Clandestine marriage ceremonies are being conducted throughout the country. There are no formal requirements for having witnesses, being married at an official venue or by an official. There is no associated stigma because it’s common practice and couples prefer the ‘private’ alternative and Clergymen depend on the marriage fees. The State doesn’t want to interfere but clandestine marriages are becoming the rule rather than the exception affording no protection to the vulnerable.
ALL this happened 300 hundred years ago in England when marriage was regulated by canon law of the Church of England. After growing concerns, Parliament enacted the “Act for the Better Preventing of Clandestine Marriage”, the Marriage Act 1753. The Act introduced formalities and recognised marriages conducted by the Church of England, Quakers or Jews to confer protection on the vulnerable. The cornerstone in English family law recognised the need to afford protection to the individual but centuries later England is again rife with religious marriage ceremonies and the Act doesn’t provide these vulnerable individuals the same protection.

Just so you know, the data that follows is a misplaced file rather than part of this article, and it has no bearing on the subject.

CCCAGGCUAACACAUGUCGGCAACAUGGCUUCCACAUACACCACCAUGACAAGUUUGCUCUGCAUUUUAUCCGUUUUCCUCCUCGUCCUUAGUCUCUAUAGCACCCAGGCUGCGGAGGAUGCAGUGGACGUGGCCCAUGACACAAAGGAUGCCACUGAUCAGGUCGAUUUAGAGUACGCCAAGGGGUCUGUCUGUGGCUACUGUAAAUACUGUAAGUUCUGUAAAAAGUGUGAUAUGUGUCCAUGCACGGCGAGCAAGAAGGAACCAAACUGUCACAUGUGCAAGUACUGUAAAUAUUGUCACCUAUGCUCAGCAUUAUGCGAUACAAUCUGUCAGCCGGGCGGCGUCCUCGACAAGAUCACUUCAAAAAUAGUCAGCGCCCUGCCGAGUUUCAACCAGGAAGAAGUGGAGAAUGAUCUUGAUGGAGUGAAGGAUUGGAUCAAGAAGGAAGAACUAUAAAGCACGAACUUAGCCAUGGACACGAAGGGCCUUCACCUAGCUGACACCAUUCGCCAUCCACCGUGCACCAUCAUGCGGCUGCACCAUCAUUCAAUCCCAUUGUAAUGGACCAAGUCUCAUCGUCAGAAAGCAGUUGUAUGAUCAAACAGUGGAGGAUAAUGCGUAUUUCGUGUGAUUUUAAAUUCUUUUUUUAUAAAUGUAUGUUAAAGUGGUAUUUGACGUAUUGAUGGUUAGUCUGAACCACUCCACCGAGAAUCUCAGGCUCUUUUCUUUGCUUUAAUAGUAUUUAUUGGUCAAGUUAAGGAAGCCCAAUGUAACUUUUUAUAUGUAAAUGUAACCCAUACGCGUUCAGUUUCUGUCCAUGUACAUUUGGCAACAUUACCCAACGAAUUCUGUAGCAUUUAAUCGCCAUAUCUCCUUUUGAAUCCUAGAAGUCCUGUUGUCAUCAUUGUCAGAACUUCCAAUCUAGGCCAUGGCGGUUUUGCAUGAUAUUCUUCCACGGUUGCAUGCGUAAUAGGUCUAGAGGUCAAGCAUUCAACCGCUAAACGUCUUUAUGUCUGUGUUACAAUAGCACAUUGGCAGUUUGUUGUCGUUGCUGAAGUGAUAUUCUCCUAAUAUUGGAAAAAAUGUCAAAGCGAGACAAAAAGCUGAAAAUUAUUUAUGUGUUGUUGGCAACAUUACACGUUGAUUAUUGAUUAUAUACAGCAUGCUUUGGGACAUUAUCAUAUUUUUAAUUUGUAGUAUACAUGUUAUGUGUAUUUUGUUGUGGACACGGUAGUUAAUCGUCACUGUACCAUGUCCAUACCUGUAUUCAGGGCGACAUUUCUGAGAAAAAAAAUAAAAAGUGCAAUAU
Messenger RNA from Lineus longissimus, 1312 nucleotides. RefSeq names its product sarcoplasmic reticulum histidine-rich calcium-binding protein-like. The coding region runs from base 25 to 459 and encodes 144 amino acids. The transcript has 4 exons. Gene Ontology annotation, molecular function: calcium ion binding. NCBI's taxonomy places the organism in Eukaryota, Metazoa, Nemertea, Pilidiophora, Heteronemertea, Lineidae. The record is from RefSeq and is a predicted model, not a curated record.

Through case law research and hosting a lecture at the House of Lords with representatives for both the Home Office and Home Affairs Select Committee Sharia Review panels in attendance, it is this author’s view the research into unregistered marriages does not, as of yet, grasp the complexity of the problem in legal practice. Namely, that unregistered marriages are recognised. Islamic marriage ceremonies conducted in England have found recognition in the court system in three ways. The author explores the existing legal recognition of Islamic marriages and considers how we can utilise the existing law to help combat the socio-political resistance to reforming family law to help clarify, rather than change, the law on recognising Islamic marriage.